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Zenit fans provoke racism, homophobia row
Published : 17 Dec 2012 17:16:52Rss feed
A section of Zenit Saint Petersburg fans on Monday urged the team not to sign gay, black players or those from South America -- despite the club's star striker Hulk coming from Brazil.
A large Zenit fan movement called "Landskrona" published a manifesto on its website outlining its vision for a team without black or gay players, while insisting that the fans were not bigoted.
"We are not racists and for us the lack of black players at Zenit is just an important tradition, underlining the identity of the club," it said.
It added the club "was never mentally linked with Africa, nor with South America or Australia or Oceania" and complained that "black players are now being imposed on Zenit practically by force".
It also said that "we are against representatives of sexual minorities playing for Zenit," who are currently third in the Russian Premier League, which has become an attractive destination in recent years for an increasing number of foreign players.
Homophobic sentiments run high in Russia, which legalised homosexuality in 1993 after the fall of the Soviet Union but only ceased to classify it as a mental disorder in 1999.
In July this year, city authorities in Saint Petersburg banned what would have been the country's first authorised gay pride rally after a deluge of complaints from residents.
Football in general is notable by its absence of openly gay players, with the sport's macho culture -- both on and off the pitch -- largely blamed.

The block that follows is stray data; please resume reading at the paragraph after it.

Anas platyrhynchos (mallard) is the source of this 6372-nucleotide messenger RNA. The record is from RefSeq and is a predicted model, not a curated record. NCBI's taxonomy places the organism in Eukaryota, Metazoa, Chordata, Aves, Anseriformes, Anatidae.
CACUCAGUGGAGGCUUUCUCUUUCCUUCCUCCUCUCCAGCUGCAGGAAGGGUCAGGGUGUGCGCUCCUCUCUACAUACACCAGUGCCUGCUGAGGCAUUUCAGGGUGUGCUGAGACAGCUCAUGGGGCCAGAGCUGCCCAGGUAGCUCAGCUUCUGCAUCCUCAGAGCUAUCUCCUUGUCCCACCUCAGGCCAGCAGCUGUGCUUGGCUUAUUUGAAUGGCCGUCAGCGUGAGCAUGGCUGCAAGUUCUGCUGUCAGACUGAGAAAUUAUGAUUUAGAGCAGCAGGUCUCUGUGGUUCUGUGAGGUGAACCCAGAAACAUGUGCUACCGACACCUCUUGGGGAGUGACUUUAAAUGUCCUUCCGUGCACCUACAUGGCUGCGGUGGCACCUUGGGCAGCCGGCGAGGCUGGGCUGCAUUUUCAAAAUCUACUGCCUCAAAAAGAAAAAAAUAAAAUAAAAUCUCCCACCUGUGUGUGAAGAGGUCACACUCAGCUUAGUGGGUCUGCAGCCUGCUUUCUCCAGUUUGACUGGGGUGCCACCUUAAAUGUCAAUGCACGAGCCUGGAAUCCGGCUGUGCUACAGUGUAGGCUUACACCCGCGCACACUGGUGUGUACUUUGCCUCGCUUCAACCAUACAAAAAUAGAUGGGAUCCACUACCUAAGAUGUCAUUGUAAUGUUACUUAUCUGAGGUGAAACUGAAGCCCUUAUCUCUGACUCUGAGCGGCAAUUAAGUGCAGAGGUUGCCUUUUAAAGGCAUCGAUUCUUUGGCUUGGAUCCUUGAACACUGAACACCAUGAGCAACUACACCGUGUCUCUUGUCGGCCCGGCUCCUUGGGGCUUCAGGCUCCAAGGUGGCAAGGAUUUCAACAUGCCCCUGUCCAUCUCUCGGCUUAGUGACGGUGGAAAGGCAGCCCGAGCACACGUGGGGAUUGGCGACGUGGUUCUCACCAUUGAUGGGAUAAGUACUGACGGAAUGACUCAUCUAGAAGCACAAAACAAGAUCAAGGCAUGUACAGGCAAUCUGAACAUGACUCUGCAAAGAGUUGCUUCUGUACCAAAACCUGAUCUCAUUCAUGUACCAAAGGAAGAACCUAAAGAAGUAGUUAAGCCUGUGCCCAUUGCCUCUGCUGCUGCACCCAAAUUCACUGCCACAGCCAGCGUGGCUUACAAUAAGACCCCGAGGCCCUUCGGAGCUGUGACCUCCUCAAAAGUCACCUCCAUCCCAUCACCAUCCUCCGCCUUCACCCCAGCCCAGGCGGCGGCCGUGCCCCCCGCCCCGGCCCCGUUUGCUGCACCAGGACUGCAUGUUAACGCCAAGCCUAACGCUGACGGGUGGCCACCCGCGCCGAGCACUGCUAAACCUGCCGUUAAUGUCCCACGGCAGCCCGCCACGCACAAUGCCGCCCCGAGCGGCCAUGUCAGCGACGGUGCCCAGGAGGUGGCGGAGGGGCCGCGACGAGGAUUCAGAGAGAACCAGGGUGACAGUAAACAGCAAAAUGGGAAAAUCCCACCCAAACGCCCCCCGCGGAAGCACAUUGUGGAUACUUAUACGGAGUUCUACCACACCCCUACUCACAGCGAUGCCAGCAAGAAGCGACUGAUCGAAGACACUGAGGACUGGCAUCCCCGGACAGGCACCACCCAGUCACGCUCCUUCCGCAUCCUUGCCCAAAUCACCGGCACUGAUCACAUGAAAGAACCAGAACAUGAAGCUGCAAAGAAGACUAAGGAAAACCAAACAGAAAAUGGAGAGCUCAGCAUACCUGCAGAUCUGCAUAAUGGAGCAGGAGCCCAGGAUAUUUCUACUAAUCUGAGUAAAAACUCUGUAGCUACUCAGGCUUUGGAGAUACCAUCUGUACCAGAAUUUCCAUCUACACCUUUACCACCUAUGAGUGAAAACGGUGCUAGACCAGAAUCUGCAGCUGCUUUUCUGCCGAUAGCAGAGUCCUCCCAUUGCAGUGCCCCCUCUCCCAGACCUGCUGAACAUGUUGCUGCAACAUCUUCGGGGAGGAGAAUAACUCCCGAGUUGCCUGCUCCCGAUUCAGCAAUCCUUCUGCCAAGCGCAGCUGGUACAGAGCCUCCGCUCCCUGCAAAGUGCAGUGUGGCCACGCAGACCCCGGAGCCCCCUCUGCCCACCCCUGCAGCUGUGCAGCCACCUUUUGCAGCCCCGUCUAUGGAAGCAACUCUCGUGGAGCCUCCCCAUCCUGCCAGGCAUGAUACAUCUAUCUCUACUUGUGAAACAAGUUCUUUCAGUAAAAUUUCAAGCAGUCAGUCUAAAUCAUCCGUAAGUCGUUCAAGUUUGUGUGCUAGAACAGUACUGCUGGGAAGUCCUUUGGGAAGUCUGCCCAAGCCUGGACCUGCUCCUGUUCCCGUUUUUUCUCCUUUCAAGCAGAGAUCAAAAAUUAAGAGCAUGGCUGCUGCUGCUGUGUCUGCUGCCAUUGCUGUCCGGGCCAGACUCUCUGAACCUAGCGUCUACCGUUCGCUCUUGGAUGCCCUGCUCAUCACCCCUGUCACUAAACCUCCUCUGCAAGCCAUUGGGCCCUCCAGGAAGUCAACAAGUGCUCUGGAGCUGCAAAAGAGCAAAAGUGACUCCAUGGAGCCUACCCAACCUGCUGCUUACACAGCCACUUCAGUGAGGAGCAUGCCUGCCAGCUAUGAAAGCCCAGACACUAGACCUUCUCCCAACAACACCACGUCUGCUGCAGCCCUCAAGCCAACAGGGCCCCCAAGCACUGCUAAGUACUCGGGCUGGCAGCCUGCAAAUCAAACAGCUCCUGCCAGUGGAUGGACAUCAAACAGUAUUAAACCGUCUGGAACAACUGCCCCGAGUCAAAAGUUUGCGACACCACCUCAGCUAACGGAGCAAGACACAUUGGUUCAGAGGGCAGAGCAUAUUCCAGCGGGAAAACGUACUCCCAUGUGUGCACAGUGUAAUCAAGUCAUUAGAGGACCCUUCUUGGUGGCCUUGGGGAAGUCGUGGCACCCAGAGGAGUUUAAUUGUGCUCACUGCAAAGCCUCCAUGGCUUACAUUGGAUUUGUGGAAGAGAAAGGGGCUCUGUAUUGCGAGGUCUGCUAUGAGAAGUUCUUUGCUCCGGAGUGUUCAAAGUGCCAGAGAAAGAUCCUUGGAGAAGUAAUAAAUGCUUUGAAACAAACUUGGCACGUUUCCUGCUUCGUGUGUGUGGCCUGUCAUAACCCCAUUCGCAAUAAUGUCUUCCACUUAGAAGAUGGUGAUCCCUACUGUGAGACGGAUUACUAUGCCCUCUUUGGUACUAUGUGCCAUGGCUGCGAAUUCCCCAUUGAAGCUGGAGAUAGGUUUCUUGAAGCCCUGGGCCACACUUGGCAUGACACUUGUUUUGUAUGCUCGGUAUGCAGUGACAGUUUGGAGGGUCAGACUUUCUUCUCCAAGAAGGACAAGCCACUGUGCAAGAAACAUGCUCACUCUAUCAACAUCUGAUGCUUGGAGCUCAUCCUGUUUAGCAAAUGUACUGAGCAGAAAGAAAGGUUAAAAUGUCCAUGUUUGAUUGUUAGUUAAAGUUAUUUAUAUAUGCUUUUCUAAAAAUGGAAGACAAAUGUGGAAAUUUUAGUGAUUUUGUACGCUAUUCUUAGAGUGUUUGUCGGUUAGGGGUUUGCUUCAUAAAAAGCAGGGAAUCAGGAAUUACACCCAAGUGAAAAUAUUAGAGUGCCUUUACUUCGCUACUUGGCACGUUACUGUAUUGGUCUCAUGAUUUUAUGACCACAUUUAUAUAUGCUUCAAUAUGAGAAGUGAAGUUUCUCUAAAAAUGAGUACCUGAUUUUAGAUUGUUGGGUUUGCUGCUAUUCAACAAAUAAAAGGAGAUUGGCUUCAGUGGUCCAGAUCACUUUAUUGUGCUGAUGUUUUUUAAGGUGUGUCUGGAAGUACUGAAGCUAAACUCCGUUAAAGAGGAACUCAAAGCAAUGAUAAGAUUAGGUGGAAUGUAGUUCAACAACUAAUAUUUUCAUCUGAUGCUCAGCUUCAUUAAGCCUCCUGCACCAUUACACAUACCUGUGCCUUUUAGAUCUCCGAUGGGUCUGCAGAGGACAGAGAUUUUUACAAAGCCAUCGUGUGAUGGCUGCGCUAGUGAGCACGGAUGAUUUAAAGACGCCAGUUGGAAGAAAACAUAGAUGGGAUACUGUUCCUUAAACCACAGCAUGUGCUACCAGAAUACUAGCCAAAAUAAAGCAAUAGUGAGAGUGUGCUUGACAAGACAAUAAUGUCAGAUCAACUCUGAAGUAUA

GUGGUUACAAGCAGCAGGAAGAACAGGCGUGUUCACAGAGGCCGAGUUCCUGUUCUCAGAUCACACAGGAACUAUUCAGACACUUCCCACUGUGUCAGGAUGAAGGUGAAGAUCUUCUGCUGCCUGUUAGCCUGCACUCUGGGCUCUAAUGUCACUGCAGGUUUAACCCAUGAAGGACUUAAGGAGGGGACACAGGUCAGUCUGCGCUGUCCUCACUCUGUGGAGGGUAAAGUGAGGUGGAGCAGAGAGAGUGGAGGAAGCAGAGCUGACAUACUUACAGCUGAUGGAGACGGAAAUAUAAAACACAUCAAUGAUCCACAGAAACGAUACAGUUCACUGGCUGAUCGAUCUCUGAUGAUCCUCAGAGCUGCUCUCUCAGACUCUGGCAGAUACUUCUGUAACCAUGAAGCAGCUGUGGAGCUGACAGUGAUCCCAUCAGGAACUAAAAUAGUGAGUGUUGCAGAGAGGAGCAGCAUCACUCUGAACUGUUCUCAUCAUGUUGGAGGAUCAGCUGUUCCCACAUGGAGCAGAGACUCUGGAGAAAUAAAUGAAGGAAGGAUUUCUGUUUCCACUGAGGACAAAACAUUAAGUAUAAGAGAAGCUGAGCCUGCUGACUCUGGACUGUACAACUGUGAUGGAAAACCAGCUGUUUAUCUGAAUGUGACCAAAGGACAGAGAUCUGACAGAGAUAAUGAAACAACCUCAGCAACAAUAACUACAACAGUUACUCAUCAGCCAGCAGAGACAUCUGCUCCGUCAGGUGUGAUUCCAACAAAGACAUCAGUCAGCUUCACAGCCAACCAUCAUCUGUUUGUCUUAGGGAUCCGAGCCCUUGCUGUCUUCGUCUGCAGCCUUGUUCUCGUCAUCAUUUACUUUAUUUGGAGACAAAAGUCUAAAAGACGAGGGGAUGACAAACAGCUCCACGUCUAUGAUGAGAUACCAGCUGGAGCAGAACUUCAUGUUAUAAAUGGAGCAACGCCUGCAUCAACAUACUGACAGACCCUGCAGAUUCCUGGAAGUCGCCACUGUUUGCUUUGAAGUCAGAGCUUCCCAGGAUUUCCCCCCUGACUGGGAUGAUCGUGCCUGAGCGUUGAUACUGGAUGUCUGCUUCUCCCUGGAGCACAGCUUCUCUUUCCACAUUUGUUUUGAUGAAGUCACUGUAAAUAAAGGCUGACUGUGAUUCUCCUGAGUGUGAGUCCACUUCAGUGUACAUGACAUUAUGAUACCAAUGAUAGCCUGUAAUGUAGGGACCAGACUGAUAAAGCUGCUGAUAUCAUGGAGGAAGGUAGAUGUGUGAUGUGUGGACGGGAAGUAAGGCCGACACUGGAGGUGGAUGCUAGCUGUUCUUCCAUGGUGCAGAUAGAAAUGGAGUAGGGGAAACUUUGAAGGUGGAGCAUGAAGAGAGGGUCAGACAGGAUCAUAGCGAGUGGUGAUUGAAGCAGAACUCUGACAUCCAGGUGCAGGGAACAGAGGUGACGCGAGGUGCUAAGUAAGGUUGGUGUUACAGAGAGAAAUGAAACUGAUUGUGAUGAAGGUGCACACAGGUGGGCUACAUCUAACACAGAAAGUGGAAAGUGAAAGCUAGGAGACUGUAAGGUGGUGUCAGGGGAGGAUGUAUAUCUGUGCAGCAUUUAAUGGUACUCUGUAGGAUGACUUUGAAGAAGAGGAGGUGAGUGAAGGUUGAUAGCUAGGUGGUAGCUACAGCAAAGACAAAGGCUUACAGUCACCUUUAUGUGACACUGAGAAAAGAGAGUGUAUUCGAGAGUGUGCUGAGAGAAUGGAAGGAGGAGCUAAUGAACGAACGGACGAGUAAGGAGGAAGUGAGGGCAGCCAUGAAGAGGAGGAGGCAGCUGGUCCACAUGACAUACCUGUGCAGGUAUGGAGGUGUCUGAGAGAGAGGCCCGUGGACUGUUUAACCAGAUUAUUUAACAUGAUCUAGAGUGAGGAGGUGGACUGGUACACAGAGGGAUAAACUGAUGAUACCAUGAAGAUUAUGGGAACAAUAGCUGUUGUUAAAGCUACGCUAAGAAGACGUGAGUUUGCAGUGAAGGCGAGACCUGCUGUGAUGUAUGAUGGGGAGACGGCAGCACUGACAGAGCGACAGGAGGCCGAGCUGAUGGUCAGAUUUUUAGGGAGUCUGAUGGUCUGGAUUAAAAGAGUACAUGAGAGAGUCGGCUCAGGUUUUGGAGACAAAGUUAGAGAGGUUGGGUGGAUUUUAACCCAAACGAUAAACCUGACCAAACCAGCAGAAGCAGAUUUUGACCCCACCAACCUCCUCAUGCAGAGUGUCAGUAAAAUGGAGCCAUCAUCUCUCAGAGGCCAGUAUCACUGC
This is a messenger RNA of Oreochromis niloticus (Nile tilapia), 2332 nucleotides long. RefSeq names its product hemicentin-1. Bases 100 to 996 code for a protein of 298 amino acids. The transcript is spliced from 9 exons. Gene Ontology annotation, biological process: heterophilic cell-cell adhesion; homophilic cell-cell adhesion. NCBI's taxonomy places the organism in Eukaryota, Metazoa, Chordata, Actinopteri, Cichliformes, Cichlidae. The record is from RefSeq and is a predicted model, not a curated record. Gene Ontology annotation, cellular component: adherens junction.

Zenit, which is owned by Russian gas giant Gazprom, responded to the fans by telling the Interfax news agency that the club's players "join our team not because of their nationality and skin colour" and urged fans to be tolerant.
"The fight with various forms of intolerance is the only principle for the development of our club, football and sport in the whole world," it said.
The team's striker Hulk, 26, joined in September this year on a reported transfer of 60 million euros from Porto.
His huge salary of $6.5 million a year sparked a rebellion among the Russian players.
The current team's players come from Belgium, Portugal, Belarus, Italy, Slovakia, Denmark, Montenegro and Serbia as well as Russia.
Some Russian fan groups have close links with nationalist movements and display racist banners while monkey chants at matches are common.
Zenit have been troubled by fan violence in the past. The team had to pay a 19,000-dollar fine in November after Zenit fans threw a firecracker that injured Dynamo Moscow's goalkeeper at an away match, forcing the match to be abandoned.
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